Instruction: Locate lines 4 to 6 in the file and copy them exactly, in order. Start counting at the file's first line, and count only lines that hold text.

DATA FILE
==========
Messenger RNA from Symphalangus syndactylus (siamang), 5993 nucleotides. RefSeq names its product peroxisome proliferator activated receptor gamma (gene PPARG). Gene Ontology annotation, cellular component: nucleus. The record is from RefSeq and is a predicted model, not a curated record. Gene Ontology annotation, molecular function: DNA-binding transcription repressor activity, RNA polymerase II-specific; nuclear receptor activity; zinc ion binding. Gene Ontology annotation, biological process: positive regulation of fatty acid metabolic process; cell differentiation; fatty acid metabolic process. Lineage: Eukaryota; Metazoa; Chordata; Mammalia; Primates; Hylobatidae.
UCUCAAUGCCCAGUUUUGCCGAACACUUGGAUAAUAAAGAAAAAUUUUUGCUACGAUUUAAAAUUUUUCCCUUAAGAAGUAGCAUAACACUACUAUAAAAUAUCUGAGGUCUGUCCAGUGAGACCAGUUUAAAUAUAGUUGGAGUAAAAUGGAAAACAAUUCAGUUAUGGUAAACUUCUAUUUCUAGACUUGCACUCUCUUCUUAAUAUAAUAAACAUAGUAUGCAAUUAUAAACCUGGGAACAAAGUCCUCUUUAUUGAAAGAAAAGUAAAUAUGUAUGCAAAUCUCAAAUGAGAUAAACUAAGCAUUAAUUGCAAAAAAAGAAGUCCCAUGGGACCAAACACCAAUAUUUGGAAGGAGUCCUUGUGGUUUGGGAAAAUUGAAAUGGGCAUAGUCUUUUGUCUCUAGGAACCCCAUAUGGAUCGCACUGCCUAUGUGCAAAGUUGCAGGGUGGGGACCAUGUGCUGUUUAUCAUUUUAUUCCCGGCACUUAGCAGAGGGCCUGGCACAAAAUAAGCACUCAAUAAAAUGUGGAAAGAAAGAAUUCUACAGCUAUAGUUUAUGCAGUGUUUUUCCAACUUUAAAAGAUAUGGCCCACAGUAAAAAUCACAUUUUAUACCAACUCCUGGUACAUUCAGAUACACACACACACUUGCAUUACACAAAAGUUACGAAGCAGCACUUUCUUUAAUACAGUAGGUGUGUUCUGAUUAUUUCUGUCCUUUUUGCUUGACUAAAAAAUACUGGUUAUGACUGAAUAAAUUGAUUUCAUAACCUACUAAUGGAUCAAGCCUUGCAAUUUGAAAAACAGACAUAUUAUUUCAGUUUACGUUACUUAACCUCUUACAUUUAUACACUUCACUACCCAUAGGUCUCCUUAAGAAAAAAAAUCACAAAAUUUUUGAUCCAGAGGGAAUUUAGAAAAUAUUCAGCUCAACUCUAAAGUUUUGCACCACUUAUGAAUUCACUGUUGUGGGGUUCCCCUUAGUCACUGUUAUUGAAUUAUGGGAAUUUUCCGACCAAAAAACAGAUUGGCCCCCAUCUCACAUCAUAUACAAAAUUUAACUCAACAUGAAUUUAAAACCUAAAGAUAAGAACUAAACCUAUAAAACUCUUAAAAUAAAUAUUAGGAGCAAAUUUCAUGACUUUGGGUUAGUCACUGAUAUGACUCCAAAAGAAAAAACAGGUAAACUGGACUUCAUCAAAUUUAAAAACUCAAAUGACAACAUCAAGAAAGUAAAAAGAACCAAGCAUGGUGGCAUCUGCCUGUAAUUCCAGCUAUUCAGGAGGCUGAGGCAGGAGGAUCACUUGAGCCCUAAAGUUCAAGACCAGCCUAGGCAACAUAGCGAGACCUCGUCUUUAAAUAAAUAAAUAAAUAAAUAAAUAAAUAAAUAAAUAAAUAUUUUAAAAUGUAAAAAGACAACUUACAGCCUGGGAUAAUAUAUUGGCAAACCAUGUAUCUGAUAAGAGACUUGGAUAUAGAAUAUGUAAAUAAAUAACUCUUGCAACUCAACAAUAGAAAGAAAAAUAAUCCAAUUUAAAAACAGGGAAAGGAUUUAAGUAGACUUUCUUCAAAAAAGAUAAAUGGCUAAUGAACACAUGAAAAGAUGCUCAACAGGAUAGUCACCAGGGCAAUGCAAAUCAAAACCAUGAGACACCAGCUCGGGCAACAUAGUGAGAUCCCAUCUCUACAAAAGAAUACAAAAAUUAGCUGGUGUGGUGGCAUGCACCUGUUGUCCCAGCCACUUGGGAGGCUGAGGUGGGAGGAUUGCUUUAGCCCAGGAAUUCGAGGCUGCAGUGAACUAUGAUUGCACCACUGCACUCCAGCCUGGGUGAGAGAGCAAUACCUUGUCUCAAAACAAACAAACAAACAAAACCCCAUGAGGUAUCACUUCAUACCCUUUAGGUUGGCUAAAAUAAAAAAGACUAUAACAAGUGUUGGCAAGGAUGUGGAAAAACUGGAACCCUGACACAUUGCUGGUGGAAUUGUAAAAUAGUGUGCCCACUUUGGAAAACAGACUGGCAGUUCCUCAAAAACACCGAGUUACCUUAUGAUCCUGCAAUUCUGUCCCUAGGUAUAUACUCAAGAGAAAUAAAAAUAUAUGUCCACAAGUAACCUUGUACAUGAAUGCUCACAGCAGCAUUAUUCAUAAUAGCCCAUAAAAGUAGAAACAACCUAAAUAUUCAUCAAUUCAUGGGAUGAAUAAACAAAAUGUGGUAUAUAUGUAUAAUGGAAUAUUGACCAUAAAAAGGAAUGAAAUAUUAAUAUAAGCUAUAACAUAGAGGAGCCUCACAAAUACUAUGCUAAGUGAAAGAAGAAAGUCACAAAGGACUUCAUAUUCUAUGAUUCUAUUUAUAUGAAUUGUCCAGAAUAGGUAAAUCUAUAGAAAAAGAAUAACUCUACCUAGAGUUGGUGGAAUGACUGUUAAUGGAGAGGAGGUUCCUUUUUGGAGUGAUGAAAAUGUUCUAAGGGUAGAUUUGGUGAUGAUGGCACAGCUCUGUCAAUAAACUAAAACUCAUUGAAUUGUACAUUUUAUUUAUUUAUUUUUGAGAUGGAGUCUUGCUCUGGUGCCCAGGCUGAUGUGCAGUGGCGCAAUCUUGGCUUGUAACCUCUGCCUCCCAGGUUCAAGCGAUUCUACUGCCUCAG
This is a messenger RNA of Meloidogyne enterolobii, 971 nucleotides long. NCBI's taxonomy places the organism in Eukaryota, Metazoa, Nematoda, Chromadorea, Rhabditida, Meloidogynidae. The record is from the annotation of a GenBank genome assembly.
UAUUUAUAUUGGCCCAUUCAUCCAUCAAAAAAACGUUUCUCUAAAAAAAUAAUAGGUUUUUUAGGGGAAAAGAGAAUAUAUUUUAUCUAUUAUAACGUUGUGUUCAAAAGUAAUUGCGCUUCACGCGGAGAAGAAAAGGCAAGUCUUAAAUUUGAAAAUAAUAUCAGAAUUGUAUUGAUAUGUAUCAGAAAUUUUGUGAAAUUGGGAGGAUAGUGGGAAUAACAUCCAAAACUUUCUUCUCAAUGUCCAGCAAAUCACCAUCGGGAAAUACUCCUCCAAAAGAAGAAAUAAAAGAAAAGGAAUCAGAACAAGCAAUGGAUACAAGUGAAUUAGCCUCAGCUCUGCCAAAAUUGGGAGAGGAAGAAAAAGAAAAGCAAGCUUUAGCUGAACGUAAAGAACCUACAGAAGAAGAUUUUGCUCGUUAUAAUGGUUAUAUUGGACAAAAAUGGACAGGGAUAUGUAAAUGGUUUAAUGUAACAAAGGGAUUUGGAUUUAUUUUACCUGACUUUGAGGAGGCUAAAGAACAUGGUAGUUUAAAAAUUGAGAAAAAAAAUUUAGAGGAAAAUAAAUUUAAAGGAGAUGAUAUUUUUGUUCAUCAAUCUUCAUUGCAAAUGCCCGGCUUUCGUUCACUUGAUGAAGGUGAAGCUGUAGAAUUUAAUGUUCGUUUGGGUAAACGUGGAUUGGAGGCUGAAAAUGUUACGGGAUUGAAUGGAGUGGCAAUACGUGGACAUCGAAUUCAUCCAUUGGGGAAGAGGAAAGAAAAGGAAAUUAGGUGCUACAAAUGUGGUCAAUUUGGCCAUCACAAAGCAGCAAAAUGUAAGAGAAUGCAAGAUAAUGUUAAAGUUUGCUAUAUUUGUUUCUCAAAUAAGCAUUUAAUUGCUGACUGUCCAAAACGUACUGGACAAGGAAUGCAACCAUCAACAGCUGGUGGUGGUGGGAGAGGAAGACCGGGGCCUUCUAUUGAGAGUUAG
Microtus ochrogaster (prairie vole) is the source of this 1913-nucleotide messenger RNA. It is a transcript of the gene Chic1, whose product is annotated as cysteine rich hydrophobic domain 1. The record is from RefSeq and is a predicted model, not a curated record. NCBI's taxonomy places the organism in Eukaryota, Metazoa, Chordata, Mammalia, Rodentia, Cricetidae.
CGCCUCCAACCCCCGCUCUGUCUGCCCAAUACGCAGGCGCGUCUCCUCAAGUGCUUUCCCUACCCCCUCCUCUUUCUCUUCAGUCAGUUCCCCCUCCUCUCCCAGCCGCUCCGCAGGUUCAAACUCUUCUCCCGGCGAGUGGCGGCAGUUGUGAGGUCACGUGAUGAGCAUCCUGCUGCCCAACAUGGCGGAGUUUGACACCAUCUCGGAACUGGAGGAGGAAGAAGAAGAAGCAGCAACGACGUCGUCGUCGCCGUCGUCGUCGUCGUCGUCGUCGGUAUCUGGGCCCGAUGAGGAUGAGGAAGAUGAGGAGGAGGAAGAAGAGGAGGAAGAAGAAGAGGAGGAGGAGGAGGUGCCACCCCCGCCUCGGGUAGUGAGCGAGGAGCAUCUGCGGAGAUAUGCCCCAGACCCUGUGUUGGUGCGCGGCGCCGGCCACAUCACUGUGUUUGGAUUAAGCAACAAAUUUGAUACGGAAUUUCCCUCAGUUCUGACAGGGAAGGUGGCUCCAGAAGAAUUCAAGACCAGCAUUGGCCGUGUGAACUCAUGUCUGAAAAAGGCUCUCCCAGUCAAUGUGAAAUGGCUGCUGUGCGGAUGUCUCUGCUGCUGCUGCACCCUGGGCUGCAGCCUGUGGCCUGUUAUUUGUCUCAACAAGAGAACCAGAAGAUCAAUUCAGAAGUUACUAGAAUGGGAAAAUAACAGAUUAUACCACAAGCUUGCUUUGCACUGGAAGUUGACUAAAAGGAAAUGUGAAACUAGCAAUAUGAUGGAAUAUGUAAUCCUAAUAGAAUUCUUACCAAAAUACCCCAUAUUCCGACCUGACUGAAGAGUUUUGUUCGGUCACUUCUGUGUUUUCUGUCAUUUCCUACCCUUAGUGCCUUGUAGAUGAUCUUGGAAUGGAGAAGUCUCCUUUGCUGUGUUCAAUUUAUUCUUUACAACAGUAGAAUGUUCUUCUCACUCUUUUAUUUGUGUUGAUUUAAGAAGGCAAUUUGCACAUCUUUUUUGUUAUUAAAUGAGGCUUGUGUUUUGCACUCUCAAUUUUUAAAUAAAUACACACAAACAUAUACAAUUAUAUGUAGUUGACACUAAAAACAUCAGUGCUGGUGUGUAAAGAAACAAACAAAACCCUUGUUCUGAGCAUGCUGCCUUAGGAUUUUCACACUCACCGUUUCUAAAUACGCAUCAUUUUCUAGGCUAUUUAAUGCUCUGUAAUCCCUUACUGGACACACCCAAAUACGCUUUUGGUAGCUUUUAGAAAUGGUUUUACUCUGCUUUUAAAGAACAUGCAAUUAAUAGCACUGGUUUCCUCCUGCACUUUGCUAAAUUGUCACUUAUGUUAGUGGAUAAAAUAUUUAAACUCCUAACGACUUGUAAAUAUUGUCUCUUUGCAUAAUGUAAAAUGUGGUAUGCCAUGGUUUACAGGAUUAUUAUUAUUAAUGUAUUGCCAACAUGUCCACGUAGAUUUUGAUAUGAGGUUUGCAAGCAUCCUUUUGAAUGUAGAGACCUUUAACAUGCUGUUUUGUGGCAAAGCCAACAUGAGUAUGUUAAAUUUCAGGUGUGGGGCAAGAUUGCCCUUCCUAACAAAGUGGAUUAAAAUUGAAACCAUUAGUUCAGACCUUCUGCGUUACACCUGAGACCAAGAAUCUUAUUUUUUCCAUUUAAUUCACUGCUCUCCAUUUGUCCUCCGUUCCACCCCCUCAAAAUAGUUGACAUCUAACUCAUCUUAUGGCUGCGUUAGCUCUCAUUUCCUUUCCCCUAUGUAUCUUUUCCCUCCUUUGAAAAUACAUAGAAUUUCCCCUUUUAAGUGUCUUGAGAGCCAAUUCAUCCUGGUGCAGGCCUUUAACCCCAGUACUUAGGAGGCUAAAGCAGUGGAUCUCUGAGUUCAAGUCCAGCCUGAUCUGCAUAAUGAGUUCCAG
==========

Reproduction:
UAUUUAUAUUGGCCCAUUCAUCCAUCAAAAAAACGUUUCUCUAAAAAAAUAAUAGGUUUUUUAGGGGAAAAGAGAAUAUAUUUUAUCUAUUAUAACGUUGUGUUCAAAAGUAAUUGCGCUUCACGCGGAGAAGAAAAGGCAAGUCUUAAAUUUGAAAAUAAUAUCAGAAUUGUAUUGAUAUGUAUCAGAAAUUUUGUGAAAUUGGGAGGAUAGUGGGAAUAACAUCCAAAACUUUCUUCUCAAUGUCCAGCAAAUCACCAUCGGGAAAUACUCCUCCAAAAGAAGAAAUAAAAGAAAAGGAAUCAGAACAAGCAAUGGAUACAAGUGAAUUAGCCUCAGCUCUGCCAAAAUUGGGAGAGGAAGAAAAAGAAAAGCAAGCUUUAGCUGAACGUAAAGAACCUACAGAAGAAGAUUUUGCUCGUUAUAAUGGUUAUAUUGGACAAAAAUGGACAGGGAUAUGUAAAUGGUUUAAUGUAACAAAGGGAUUUGGAUUUAUUUUACCUGACUUUGAGGAGGCUAAAGAACAUGGUAGUUUAAAAAUUGAGAAAAAAAAUUUAGAGGAAAAUAAAUUUAAAGGAGAUGAUAUUUUUGUUCAUCAAUCUUCAUUGCAAAUGCCCGGCUUUCGUUCACUUGAUGAAGGUGAAGCUGUAGAAUUUAAUGUUCGUUUGGGUAAACGUGGAUUGGAGGCUGAAAAUGUUACGGGAUUGAAUGGAGUGGCAAUACGUGGACAUCGAAUUCAUCCAUUGGGGAAGAGGAAAGAAAAGGAAAUUAGGUGCUACAAAUGUGGUCAAUUUGGCCAUCACAAAGCAGCAAAAUGUAAGAGAAUGCAAGAUAAUGUUAAAGUUUGCUAUAUUUGUUUCUCAAAUAAGCAUUUAAUUGCUGACUGUCCAAAACGUACUGGACAAGGAAUGCAACCAUCAACAGCUGGUGGUGGUGGGAGAGGAAGACCGGGGCCUUCUAUUGAGAGUUAG
Microtus ochrogaster (prairie vole) is the source of this 1913-nucleotide messenger RNA. It is a transcript of the gene Chic1, whose product is annotated as cysteine rich hydrophobic domain 1. The record is from RefSeq and is a predicted model, not a curated record. NCBI's taxonomy places the organism in Eukaryota, Metazoa, Chordata, Mammalia, Rodentia, Cricetidae.
CGCCUCCAACCCCCGCUCUGUCUGCCCAAUACGCAGGCGCGUCUCCUCAAGUGCUUUCCCUACCCCCUCCUCUUUCUCUUCAGUCAGUUCCCCCUCCUCUCCCAGCCGCUCCGCAGGUUCAAACUCUUCUCCCGGCGAGUGGCGGCAGUUGUGAGGUCACGUGAUGAGCAUCCUGCUGCCCAACAUGGCGGAGUUUGACACCAUCUCGGAACUGGAGGAGGAAGAAGAAGAAGCAGCAACGACGUCGUCGUCGCCGUCGUCGUCGUCGUCGUCGUCGGUAUCUGGGCCCGAUGAGGAUGAGGAAGAUGAGGAGGAGGAAGAAGAGGAGGAAGAAGAAGAGGAGGAGGAGGAGGUGCCACCCCCGCCUCGGGUAGUGAGCGAGGAGCAUCUGCGGAGAUAUGCCCCAGACCCUGUGUUGGUGCGCGGCGCCGGCCACAUCACUGUGUUUGGAUUAAGCAACAAAUUUGAUACGGAAUUUCCCUCAGUUCUGACAGGGAAGGUGGCUCCAGAAGAAUUCAAGACCAGCAUUGGCCGUGUGAACUCAUGUCUGAAAAAGGCUCUCCCAGUCAAUGUGAAAUGGCUGCUGUGCGGAUGUCUCUGCUGCUGCUGCACCCUGGGCUGCAGCCUGUGGCCUGUUAUUUGUCUCAACAAGAGAACCAGAAGAUCAAUUCAGAAGUUACUAGAAUGGGAAAAUAACAGAUUAUACCACAAGCUUGCUUUGCACUGGAAGUUGACUAAAAGGAAAUGUGAAACUAGCAAUAUGAUGGAAUAUGUAAUCCUAAUAGAAUUCUUACCAAAAUACCCCAUAUUCCGACCUGACUGAAGAGUUUUGUUCGGUCACUUCUGUGUUUUCUGUCAUUUCCUACCCUUAGUGCCUUGUAGAUGAUCUUGGAAUGGAGAAGUCUCCUUUGCUGUGUUCAAUUUAUUCUUUACAACAGUAGAAUGUUCUUCUCACUCUUUUAUUUGUGUUGAUUUAAGAAGGCAAUUUGCACAUCUUUUUUGUUAUUAAAUGAGGCUUGUGUUUUGCACUCUCAAUUUUUAAAUAAAUACACACAAACAUAUACAAUUAUAUGUAGUUGACACUAAAAACAUCAGUGCUGGUGUGUAAAGAAACAAACAAAACCCUUGUUCUGAGCAUGCUGCCUUAGGAUUUUCACACUCACCGUUUCUAAAUACGCAUCAUUUUCUAGGCUAUUUAAUGCUCUGUAAUCCCUUACUGGACACACCCAAAUACGCUUUUGGUAGCUUUUAGAAAUGGUUUUACUCUGCUUUUAAAGAACAUGCAAUUAAUAGCACUGGUUUCCUCCUGCACUUUGCUAAAUUGUCACUUAUGUUAGUGGAUAAAAUAUUUAAACUCCUAACGACUUGUAAAUAUUGUCUCUUUGCAUAAUGUAAAAUGUGGUAUGCCAUGGUUUACAGGAUUAUUAUUAUUAAUGUAUUGCCAACAUGUCCACGUAGAUUUUGAUAUGAGGUUUGCAAGCAUCCUUUUGAAUGUAGAGACCUUUAACAUGCUGUUUUGUGGCAAAGCCAACAUGAGUAUGUUAAAUUUCAGGUGUGGGGCAAGAUUGCCCUUCCUAACAAAGUGGAUUAAAAUUGAAACCAUUAGUUCAGACCUUCUGCGUUACACCUGAGACCAAGAAUCUUAUUUUUUCCAUUUAAUUCACUGCUCUCCAUUUGUCCUCCGUUCCACCCCCUCAAAAUAGUUGACAUCUAACUCAUCUUAUGGCUGCGUUAGCUCUCAUUUCCUUUCCCCUAUGUAUCUUUUCCCUCCUUUGAAAAUACAUAGAAUUUCCCCUUUUAAGUGUCUUGAGAGCCAAUUCAUCCUGGUGCAGGCCUUUAACCCCAGUACUUAGGAGGCUAAAGCAGUGGAUCUCUGAGUUCAAGUCCAGCCUGAUCUGCAUAAUGAGUUCCAG